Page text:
I learned pretty quickly that to compete in an environment where lots of other VCs were launching "young people" type of programs, we had to be active on digital - something an old firm like Kleiner Perkins wasn't always use to doing. To me, this didn't mean sending a tweet every two hours, but to be as thoughtful as possible about combining community, social platforms, storytelling and a creative, people-first mind-set. To this end, I worked on building powerful social campaigns on Facebook, Twitter and Snapchat, creating videos and other digital content that highlighted individual stories, and taking our community and the #KPCBFamily from the physical world into the online world.
Over the course of several years, I developed and adopted a simple design language, copy style and set of brand guidelines to establish a consistent feel throughout all of our content and platforms.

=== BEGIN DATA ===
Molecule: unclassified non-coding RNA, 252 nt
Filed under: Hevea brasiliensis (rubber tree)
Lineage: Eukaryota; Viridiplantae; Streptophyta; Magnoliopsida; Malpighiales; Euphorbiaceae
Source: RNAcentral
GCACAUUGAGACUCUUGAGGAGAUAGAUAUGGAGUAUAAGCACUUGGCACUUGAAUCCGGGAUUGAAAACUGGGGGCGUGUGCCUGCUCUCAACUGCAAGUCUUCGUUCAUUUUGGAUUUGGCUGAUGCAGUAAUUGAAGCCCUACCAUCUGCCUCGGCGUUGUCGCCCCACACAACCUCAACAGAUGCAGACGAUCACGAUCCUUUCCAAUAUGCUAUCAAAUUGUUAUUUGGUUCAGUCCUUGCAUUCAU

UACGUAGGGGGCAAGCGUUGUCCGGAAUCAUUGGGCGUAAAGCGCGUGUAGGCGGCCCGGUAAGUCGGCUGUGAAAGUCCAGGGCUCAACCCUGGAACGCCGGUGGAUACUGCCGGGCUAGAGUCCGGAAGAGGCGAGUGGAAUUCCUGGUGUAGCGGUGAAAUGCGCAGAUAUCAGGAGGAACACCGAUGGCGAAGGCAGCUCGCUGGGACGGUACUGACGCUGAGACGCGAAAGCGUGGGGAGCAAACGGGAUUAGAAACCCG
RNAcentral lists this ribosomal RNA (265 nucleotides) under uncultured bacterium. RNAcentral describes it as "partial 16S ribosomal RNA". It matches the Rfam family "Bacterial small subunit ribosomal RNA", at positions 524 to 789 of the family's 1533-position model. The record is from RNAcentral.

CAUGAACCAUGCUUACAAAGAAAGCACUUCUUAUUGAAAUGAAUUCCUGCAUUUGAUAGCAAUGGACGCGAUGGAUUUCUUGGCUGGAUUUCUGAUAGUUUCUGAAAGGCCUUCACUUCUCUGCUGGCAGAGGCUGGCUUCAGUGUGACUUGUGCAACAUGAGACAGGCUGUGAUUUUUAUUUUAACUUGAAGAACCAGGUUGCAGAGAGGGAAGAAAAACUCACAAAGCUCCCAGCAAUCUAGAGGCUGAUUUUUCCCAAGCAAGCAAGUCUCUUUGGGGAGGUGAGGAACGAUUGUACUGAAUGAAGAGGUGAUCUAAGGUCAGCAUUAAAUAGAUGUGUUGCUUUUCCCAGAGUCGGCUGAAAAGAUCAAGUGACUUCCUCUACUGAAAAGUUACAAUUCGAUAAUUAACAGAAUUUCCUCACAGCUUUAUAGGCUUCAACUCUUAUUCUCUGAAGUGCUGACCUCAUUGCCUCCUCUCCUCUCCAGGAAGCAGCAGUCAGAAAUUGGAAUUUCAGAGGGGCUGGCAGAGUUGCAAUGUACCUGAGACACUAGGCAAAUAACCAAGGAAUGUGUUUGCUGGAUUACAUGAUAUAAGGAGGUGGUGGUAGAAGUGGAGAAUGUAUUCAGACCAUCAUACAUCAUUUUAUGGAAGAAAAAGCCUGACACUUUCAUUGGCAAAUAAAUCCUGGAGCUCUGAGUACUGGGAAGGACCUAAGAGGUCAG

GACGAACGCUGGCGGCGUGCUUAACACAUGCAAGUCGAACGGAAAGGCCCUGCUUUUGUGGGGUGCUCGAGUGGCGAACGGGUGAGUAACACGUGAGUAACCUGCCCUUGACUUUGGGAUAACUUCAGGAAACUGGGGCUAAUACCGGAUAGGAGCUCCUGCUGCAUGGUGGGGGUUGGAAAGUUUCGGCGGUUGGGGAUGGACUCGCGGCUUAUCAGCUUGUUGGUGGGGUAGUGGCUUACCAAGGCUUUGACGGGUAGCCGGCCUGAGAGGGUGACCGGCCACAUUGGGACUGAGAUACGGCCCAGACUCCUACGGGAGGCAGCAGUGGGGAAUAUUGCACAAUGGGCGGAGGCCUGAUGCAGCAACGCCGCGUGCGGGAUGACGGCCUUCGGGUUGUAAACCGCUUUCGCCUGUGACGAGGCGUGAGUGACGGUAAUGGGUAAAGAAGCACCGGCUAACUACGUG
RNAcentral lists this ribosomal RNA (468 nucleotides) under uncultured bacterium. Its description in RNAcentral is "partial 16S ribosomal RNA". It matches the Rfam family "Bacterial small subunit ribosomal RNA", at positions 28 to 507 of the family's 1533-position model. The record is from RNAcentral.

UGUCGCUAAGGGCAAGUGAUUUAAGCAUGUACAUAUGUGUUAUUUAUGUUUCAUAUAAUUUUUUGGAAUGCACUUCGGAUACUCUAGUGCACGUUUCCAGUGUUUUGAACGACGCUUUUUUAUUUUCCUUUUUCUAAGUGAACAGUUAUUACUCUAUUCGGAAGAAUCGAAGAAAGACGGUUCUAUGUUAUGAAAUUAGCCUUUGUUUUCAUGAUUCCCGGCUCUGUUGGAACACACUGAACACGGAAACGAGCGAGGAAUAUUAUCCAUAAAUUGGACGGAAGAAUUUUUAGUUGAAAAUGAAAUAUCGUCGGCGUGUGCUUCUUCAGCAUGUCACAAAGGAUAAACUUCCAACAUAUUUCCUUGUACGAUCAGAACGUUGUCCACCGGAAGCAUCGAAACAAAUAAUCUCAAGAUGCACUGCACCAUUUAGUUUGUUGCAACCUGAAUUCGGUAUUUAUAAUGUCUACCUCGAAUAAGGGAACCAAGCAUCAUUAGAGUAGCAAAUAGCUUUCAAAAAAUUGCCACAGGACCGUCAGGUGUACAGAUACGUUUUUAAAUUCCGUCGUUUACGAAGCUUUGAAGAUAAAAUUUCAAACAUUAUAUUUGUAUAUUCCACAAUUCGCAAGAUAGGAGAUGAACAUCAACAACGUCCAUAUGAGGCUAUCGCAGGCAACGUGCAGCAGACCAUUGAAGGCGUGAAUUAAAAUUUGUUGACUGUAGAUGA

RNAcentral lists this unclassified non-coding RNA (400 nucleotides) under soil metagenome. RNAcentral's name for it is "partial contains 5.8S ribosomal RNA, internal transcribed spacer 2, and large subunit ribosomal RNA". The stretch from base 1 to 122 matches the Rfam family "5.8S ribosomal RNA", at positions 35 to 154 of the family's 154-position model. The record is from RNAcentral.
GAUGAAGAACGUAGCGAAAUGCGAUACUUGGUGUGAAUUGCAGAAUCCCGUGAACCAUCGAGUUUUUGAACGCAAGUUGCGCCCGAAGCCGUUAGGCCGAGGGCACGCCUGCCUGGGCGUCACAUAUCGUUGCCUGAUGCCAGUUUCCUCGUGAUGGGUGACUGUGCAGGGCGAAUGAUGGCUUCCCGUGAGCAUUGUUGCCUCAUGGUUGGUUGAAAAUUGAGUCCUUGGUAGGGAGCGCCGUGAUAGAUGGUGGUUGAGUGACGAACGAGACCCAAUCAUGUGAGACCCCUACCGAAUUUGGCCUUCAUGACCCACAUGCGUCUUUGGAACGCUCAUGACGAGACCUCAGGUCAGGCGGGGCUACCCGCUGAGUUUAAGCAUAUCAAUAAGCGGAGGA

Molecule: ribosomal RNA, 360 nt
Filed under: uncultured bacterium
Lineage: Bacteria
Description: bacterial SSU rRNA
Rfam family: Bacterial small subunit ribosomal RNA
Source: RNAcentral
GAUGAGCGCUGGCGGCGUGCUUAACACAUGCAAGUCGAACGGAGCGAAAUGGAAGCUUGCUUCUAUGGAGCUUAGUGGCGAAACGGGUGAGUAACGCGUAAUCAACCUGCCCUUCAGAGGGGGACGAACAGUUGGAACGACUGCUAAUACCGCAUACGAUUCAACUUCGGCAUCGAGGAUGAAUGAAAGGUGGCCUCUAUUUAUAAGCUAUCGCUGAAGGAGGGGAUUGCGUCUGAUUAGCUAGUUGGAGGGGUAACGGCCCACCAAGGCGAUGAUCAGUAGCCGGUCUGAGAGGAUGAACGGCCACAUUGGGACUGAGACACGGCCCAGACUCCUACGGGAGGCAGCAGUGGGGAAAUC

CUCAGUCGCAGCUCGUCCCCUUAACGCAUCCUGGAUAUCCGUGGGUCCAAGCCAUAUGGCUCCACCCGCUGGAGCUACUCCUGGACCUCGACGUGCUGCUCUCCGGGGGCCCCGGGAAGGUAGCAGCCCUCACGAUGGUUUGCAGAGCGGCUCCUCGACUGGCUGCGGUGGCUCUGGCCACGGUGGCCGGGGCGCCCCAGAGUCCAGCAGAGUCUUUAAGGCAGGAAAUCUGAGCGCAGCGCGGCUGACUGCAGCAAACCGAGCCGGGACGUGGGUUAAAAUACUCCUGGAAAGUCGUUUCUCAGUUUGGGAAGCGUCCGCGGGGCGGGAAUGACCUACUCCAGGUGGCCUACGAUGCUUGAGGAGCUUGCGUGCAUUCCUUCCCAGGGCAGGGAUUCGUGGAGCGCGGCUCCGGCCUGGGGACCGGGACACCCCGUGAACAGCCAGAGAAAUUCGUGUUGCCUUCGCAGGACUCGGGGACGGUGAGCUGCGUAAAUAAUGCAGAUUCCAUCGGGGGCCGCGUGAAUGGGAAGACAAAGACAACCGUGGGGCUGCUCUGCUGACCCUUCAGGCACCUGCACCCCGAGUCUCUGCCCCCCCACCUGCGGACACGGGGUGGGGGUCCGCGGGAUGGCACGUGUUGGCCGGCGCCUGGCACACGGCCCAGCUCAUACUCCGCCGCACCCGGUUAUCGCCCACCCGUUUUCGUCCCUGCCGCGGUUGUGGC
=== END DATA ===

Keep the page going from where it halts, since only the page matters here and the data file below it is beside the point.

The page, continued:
At such a small firm that has very little focus on brand or design, it was difficult to make sure that these guidelines seeped into every thing we did. But for all, programs or communications that touched young people, a consistent bright color and lighthearted, but inspiring language was used.
The KPCB Fellows Program has grown tremendously since I first joined Kleiner Perkins. The fellows who I first got to know are now leaders within their companies and some like Dylan Field (Figma), Stephanie He (Pharmeo), Hallie Lomax (VotePlz), Joao Batalha (Orankl) have started their own companies and projects.